This film features two women, roughly thirty years old, grappling with their sexualities and love lives. Neither truly identified as gay to that point, but their frustration with men led them to start searching for women, and ultimately finding one another. Of course, one is more into it than the other, and the storyline's drama deals with Jessica's initial decision not to essentially come out of the closet and bring Helen along as a date to a very public family occasion (a wedding).
This is a new "queer," a type seen elsewhere (i.e. Sex And The City, among other areas in pop culture), where the homosexuality stems from boredom or frustration rather than a conscious choice or desire for women in the first place. Surely, this could be seen as offensive to "true" gays and lesbians, for it perpetuates the myth that homosexuality is a choice, or "novelty," as mentioned in Ciasullo's article.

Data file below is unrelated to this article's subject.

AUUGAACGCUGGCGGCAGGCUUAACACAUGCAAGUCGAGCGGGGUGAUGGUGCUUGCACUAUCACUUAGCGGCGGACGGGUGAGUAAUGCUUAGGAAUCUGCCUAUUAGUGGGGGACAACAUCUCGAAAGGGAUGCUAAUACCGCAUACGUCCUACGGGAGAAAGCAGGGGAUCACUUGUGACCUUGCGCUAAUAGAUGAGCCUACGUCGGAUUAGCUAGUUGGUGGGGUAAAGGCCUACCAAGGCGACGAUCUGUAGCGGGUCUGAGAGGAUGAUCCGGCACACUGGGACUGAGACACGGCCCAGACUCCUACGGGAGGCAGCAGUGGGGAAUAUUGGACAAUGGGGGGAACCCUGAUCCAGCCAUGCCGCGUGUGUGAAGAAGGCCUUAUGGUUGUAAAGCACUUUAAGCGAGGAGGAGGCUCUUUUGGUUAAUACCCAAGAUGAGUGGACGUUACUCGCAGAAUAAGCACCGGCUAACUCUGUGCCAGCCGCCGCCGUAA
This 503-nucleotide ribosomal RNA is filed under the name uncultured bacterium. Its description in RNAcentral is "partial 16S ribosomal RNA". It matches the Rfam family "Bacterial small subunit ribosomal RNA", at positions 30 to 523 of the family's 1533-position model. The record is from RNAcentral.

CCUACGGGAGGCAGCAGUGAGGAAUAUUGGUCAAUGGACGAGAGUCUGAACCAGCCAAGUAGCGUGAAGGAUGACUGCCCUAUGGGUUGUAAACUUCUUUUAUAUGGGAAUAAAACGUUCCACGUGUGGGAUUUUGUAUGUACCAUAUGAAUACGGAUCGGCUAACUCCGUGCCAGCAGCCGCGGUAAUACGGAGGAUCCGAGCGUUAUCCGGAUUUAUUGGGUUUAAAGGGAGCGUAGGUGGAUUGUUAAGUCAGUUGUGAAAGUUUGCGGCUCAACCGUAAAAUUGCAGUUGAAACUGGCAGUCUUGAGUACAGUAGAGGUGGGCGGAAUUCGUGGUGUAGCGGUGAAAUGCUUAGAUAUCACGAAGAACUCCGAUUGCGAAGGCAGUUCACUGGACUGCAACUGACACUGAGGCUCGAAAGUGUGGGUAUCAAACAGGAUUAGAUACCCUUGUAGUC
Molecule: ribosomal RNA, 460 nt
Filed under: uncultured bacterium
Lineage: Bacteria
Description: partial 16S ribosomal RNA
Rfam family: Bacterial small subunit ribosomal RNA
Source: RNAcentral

Both women are attractive, and the film was embraced by fans and critics alike--however, "Making her (in)Visible" raises a good point. If these were less conventionally acceptable women, I don't know that the film would have received such a positive reception. Those represented would probably have enjoyed seeing themselves on screen, but it probably wouldn't have been able to transcend that demographic into a widely acceptable and successful film.